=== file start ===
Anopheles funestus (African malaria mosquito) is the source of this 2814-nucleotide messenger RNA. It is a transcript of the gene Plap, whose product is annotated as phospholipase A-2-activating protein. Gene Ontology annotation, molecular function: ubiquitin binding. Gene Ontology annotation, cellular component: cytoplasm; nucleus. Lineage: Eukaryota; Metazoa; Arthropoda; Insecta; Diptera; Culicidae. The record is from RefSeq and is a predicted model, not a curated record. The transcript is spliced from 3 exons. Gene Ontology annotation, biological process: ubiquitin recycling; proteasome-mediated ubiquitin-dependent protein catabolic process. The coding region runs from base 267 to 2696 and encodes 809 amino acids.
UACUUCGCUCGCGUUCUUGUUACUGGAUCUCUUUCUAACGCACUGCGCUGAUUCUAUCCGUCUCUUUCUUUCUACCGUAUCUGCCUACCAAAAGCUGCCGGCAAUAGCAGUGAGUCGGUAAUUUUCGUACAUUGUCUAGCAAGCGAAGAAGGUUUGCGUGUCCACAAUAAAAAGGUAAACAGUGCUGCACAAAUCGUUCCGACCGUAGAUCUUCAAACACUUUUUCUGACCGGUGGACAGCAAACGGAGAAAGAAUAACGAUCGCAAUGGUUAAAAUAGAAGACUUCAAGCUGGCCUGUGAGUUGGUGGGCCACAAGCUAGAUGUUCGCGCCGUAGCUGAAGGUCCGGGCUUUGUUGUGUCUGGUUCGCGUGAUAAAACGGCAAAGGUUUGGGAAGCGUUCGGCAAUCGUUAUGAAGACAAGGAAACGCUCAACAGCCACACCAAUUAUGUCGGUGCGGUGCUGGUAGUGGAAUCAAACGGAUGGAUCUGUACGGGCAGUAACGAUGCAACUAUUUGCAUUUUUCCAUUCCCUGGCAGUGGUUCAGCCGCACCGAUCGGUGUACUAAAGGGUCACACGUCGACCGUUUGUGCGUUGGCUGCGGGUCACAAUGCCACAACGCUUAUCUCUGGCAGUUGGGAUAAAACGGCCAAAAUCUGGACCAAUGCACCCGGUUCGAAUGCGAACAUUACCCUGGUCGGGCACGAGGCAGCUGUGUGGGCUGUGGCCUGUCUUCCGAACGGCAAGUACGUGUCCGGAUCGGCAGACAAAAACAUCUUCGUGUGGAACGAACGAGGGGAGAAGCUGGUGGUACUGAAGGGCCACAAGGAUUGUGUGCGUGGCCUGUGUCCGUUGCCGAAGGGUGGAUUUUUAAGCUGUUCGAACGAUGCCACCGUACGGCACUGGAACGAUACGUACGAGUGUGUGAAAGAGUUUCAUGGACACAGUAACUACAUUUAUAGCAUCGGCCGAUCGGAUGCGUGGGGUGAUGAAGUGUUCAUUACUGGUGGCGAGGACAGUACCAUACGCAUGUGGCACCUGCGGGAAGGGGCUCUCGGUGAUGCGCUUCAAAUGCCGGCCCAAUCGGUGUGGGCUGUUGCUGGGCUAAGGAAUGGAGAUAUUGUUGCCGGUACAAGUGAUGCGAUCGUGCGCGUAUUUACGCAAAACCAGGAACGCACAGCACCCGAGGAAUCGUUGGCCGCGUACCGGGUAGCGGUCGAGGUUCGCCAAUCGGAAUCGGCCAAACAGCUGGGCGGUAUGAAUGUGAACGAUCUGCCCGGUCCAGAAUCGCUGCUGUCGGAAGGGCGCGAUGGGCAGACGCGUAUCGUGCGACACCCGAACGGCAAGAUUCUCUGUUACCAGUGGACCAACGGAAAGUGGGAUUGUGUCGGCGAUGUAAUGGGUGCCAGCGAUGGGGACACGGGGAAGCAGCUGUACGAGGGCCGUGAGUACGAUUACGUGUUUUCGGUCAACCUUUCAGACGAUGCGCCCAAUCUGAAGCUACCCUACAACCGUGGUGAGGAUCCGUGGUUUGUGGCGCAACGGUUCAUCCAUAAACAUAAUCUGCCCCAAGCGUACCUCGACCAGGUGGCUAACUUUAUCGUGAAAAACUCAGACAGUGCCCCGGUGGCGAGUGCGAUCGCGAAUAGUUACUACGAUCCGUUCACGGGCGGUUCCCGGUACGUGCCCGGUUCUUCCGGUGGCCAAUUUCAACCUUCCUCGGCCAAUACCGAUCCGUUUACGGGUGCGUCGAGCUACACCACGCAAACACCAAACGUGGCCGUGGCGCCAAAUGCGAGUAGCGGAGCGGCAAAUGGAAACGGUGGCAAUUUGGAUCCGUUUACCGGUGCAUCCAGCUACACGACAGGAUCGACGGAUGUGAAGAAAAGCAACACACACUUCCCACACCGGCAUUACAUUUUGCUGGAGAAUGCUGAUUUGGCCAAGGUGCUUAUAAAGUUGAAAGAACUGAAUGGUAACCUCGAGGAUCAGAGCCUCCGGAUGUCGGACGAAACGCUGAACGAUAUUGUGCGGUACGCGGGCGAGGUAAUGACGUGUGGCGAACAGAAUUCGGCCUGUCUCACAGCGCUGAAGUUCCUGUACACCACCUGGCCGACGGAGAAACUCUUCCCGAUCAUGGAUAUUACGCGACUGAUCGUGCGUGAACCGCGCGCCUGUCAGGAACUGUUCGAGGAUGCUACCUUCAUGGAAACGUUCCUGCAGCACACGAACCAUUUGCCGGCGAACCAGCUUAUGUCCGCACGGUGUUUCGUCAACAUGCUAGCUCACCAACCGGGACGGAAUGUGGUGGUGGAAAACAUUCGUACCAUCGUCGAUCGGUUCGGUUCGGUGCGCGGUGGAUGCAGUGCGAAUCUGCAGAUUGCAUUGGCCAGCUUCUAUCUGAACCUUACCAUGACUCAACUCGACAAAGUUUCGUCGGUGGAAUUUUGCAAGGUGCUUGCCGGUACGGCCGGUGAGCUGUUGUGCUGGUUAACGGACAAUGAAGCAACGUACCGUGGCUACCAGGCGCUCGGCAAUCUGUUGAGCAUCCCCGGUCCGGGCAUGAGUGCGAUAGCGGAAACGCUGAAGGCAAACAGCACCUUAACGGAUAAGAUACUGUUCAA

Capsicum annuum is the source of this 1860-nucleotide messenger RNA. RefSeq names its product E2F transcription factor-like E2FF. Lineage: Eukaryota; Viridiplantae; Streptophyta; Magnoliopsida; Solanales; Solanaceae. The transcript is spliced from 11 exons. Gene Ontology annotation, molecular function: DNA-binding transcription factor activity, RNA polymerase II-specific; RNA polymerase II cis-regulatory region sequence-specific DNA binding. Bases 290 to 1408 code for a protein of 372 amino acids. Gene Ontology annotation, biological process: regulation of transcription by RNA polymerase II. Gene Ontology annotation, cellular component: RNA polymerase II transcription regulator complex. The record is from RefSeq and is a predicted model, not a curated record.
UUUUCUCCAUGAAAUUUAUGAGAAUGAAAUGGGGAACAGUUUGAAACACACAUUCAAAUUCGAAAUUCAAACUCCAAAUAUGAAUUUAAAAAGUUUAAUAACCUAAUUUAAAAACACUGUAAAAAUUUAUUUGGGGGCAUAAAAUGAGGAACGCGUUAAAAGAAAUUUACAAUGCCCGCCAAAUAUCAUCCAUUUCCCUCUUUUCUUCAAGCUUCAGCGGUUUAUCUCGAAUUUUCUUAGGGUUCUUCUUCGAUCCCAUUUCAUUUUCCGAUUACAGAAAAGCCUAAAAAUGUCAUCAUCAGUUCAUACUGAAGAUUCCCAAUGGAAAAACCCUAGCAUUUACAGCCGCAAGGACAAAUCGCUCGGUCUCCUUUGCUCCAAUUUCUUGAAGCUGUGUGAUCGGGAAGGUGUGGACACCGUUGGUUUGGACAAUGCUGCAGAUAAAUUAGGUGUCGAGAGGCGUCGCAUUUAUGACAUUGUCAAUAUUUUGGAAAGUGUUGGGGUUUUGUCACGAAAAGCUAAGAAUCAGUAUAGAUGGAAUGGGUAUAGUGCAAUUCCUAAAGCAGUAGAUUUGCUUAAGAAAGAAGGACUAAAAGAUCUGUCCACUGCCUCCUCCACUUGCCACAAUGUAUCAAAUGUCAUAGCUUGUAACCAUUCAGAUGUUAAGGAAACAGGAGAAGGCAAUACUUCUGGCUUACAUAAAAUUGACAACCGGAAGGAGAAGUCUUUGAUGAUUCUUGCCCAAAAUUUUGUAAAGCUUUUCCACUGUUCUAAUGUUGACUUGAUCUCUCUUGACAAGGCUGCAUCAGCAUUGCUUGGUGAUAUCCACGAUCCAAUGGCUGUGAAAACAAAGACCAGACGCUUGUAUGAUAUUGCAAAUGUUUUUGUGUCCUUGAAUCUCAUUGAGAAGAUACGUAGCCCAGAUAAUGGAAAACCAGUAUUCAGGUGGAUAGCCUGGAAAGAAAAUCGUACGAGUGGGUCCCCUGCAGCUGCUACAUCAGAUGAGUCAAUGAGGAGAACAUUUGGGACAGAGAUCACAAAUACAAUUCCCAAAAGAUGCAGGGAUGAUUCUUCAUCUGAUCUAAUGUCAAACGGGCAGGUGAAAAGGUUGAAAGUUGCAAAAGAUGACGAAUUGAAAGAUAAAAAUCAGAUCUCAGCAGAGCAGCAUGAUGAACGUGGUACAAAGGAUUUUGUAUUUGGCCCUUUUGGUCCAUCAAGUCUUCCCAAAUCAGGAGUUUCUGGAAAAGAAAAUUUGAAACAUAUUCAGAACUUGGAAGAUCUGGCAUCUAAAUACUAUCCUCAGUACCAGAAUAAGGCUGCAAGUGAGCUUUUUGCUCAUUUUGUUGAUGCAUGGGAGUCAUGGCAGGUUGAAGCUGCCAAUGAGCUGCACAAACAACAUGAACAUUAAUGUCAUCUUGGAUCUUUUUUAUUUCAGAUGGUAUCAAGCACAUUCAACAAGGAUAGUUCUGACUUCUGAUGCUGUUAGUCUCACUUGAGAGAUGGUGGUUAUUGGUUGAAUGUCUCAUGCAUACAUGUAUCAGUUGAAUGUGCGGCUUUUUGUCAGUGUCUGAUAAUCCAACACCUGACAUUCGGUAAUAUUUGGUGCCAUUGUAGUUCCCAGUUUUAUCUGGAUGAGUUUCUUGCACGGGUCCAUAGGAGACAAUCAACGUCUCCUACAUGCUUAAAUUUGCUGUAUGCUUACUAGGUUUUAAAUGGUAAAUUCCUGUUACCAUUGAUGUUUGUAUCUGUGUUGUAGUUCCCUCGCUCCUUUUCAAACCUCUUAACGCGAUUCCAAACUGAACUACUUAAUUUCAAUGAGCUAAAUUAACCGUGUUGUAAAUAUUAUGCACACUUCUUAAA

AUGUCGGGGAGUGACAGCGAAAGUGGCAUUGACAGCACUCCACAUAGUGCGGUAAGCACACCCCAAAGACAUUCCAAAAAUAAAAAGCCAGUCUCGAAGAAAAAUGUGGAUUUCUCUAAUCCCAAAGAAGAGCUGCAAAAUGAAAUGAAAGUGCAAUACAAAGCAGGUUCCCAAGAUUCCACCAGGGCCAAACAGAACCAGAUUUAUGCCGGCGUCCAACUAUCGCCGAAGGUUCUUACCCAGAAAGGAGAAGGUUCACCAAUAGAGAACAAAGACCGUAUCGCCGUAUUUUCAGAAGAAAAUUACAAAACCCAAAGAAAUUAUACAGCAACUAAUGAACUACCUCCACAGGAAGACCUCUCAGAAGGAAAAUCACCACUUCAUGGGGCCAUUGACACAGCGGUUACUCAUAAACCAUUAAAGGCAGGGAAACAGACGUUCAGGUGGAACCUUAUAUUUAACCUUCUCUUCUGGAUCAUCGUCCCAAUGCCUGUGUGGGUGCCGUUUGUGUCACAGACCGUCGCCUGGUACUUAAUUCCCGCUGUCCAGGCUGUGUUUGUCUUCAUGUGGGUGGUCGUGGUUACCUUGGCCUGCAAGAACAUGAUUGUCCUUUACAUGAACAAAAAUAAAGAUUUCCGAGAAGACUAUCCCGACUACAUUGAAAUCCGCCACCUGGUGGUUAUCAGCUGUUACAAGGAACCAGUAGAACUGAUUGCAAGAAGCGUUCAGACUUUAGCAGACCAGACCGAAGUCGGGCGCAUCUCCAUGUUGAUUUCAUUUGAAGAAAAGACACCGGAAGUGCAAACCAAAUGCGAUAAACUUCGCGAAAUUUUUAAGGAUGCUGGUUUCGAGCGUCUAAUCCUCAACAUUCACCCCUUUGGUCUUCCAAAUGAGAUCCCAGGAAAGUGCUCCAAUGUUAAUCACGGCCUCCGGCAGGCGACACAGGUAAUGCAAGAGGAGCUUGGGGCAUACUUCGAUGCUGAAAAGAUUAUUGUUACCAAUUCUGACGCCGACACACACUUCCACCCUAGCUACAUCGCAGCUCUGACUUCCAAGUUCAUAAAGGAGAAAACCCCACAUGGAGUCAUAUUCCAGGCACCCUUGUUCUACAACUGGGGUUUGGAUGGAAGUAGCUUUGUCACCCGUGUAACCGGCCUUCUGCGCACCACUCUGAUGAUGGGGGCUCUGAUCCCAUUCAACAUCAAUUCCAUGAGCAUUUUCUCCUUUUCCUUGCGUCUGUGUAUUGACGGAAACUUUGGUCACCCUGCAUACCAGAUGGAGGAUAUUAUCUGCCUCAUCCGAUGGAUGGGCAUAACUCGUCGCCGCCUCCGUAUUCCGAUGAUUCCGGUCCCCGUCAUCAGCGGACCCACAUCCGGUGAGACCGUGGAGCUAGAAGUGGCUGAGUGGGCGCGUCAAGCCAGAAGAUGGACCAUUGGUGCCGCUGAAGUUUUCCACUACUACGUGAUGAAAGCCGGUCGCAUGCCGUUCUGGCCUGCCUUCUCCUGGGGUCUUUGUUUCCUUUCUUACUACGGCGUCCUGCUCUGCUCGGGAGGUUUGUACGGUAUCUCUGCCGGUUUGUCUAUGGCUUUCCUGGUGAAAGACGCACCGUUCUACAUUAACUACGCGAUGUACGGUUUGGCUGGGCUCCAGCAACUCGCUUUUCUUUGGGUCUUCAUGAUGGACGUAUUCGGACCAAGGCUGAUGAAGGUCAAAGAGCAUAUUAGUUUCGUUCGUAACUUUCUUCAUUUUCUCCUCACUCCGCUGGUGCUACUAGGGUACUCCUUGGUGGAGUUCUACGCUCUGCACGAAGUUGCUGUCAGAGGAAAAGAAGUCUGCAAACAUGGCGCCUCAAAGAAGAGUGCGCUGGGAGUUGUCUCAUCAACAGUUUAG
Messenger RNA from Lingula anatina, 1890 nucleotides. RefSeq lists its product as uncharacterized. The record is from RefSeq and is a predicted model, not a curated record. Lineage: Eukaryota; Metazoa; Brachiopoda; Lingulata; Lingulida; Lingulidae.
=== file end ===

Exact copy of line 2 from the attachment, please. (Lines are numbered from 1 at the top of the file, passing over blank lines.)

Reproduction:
UACUUCGCUCGCGUUCUUGUUACUGGAUCUCUUUCUAACGCACUGCGCUGAUUCUAUCCGUCUCUUUCUUUCUACCGUAUCUGCCUACCAAAAGCUGCCGGCAAUAGCAGUGAGUCGGUAAUUUUCGUACAUUGUCUAGCAAGCGAAGAAGGUUUGCGUGUCCACAAUAAAAAGGUAAACAGUGCUGCACAAAUCGUUCCGACCGUAGAUCUUCAAACACUUUUUCUGACCGGUGGACAGCAAACGGAGAAAGAAUAACGAUCGCAAUGGUUAAAAUAGAAGACUUCAAGCUGGCCUGUGAGUUGGUGGGCCACAAGCUAGAUGUUCGCGCCGUAGCUGAAGGUCCGGGCUUUGUUGUGUCUGGUUCGCGUGAUAAAACGGCAAAGGUUUGGGAAGCGUUCGGCAAUCGUUAUGAAGACAAGGAAACGCUCAACAGCCACACCAAUUAUGUCGGUGCGGUGCUGGUAGUGGAAUCAAACGGAUGGAUCUGUACGGGCAGUAACGAUGCAACUAUUUGCAUUUUUCCAUUCCCUGGCAGUGGUUCAGCCGCACCGAUCGGUGUACUAAAGGGUCACACGUCGACCGUUUGUGCGUUGGCUGCGGGUCACAAUGCCACAACGCUUAUCUCUGGCAGUUGGGAUAAAACGGCCAAAAUCUGGACCAAUGCACCCGGUUCGAAUGCGAACAUUACCCUGGUCGGGCACGAGGCAGCUGUGUGGGCUGUGGCCUGUCUUCCGAACGGCAAGUACGUGUCCGGAUCGGCAGACAAAAACAUCUUCGUGUGGAACGAACGAGGGGAGAAGCUGGUGGUACUGAAGGGCCACAAGGAUUGUGUGCGUGGCCUGUGUCCGUUGCCGAAGGGUGGAUUUUUAAGCUGUUCGAACGAUGCCACCGUACGGCACUGGAACGAUACGUACGAGUGUGUGAAAGAGUUUCAUGGACACAGUAACUACAUUUAUAGCAUCGGCCGAUCGGAUGCGUGGGGUGAUGAAGUGUUCAUUACUGGUGGCGAGGACAGUACCAUACGCAUGUGGCACCUGCGGGAAGGGGCUCUCGGUGAUGCGCUUCAAAUGCCGGCCCAAUCGGUGUGGGCUGUUGCUGGGCUAAGGAAUGGAGAUAUUGUUGCCGGUACAAGUGAUGCGAUCGUGCGCGUAUUUACGCAAAACCAGGAACGCACAGCACCCGAGGAAUCGUUGGCCGCGUACCGGGUAGCGGUCGAGGUUCGCCAAUCGGAAUCGGCCAAACAGCUGGGCGGUAUGAAUGUGAACGAUCUGCCCGGUCCAGAAUCGCUGCUGUCGGAAGGGCGCGAUGGGCAGACGCGUAUCGUGCGACACCCGAACGGCAAGAUUCUCUGUUACCAGUGGACCAACGGAAAGUGGGAUUGUGUCGGCGAUGUAAUGGGUGCCAGCGAUGGGGACACGGGGAAGCAGCUGUACGAGGGCCGUGAGUACGAUUACGUGUUUUCGGUCAACCUUUCAGACGAUGCGCCCAAUCUGAAGCUACCCUACAACCGUGGUGAGGAUCCGUGGUUUGUGGCGCAACGGUUCAUCCAUAAACAUAAUCUGCCCCAAGCGUACCUCGACCAGGUGGCUAACUUUAUCGUGAAAAACUCAGACAGUGCCCCGGUGGCGAGUGCGAUCGCGAAUAGUUACUACGAUCCGUUCACGGGCGGUUCCCGGUACGUGCCCGGUUCUUCCGGUGGCCAAUUUCAACCUUCCUCGGCCAAUACCGAUCCGUUUACGGGUGCGUCGAGCUACACCACGCAAACACCAAACGUGGCCGUGGCGCCAAAUGCGAGUAGCGGAGCGGCAAAUGGAAACGGUGGCAAUUUGGAUCCGUUUACCGGUGCAUCCAGCUACACGACAGGAUCGACGGAUGUGAAGAAAAGCAACACACACUUCCCACACCGGCAUUACAUUUUGCUGGAGAAUGCUGAUUUGGCCAAGGUGCUUAUAAAGUUGAAAGAACUGAAUGGUAACCUCGAGGAUCAGAGCCUCCGGAUGUCGGACGAAACGCUGAACGAUAUUGUGCGGUACGCGGGCGAGGUAAUGACGUGUGGCGAACAGAAUUCGGCCUGUCUCACAGCGCUGAAGUUCCUGUACACCACCUGGCCGACGGAGAAACUCUUCCCGAUCAUGGAUAUUACGCGACUGAUCGUGCGUGAACCGCGCGCCUGUCAGGAACUGUUCGAGGAUGCUACCUUCAUGGAAACGUUCCUGCAGCACACGAACCAUUUGCCGGCGAACCAGCUUAUGUCCGCACGGUGUUUCGUCAACAUGCUAGCUCACCAACCGGGACGGAAUGUGGUGGUGGAAAACAUUCGUACCAUCGUCGAUCGGUUCGGUUCGGUGCGCGGUGGAUGCAGUGCGAAUCUGCAGAUUGCAUUGGCCAGCUUCUAUCUGAACCUUACCAUGACUCAACUCGACAAAGUUUCGUCGGUGGAAUUUUGCAAGGUGCUUGCCGGUACGGCCGGUGAGCUGUUGUGCUGGUUAACGGACAAUGAAGCAACGUACCGUGGCUACCAGGCGCUCGGCAAUCUGUUGAGCAUCCCCGGUCCGGGCAUGAGUGCGAUAGCGGAAACGCUGAAGGCAAACAGCACCUUAACGGAUAAGAUACUGUUCAA